Guide offers tips to help pupils get to sleep

Written by: Pete Henshaw | Published:
Image: Adobe Stock

More than 80% of primary age children suffer from sleep anxiety, with pupils waking up an average of 2.2 times a night.

A national poll featuring 2,000 children aged four to 11 found that the respondents were getting an average of seven to eight hours’ sleep a night, with only 18% getting the recommend 10 hours.

A new guide has now been published with tips and advice for parents and teachers to help children sleep better.

Bedtime anxiety is a fear or worry about going to sleep and reasons given in the research include fear of the dark., nightmares and a fear of sleeping alone. Other reasons include worries about school, including bullying.

The poll has been run by Silentnight and the new guide has been produced in conjunction with sleep poverty charity Zarach.

The guide includes tips and ideas for parents to support their children at bedtime, while there is advice for teachers on how to spot sleep problems in pupils and how to raise and talk to families about these issues. Tips for spotting children suffering from sleep deprivation include:

  • Sleepy children tend to speed up rather than slow down! This could present as hyperactive behaviour.
  • Reluctance to get out of bed in the morning, presenting as regular lateness or parents reporting children refusing to get up.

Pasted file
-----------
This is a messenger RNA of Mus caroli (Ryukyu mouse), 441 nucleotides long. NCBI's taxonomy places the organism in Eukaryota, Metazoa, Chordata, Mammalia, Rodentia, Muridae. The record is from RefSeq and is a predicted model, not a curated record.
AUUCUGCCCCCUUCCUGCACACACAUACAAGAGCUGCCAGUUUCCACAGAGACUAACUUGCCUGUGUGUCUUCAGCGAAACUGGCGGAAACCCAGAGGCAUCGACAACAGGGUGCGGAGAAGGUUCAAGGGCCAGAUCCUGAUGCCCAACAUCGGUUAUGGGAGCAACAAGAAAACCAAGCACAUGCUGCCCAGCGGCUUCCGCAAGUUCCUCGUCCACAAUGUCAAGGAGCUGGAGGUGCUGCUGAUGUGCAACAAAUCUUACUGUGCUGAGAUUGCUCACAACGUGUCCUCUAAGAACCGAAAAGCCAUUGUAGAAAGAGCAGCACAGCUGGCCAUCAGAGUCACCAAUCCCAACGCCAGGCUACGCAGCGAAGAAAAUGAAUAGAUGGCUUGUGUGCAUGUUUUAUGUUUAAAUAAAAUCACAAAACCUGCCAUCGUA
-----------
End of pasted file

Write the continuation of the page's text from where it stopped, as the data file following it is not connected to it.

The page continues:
• Shortened attention span or visibly falling asleep at the table or on the carpet.
  • Poorer hand to eye co-ordination often evident in handwriting and other fine motor skill tasks.
  • Reduction in emotional resilience, increased moodiness and irritability.
  • Reduced memory recall. Could be unable to recall previously remembered facts or spellings.

Hannah Shore, sleep knowledge and researcher at Silentnight, said: “It's not just about the quantity of sleep they get, but the quality. Children need a good mixture of all types of sleep to get good sleep quality. REM sleep has links with memory consolidation, emotional processing and learning and NREM sleep is restorative sleep where toxins are washed from our brains and growth hormones are released.”

There is advice in the guide from Natalie Costa, who has more than 14 years’ experience working with parents to develop better sleeping routines. She said: “Whether it’s creating a clear bedtime routine, taking the time to explain why sleep is so important or even practising meditation or journaling – there’s lots of things to try.”

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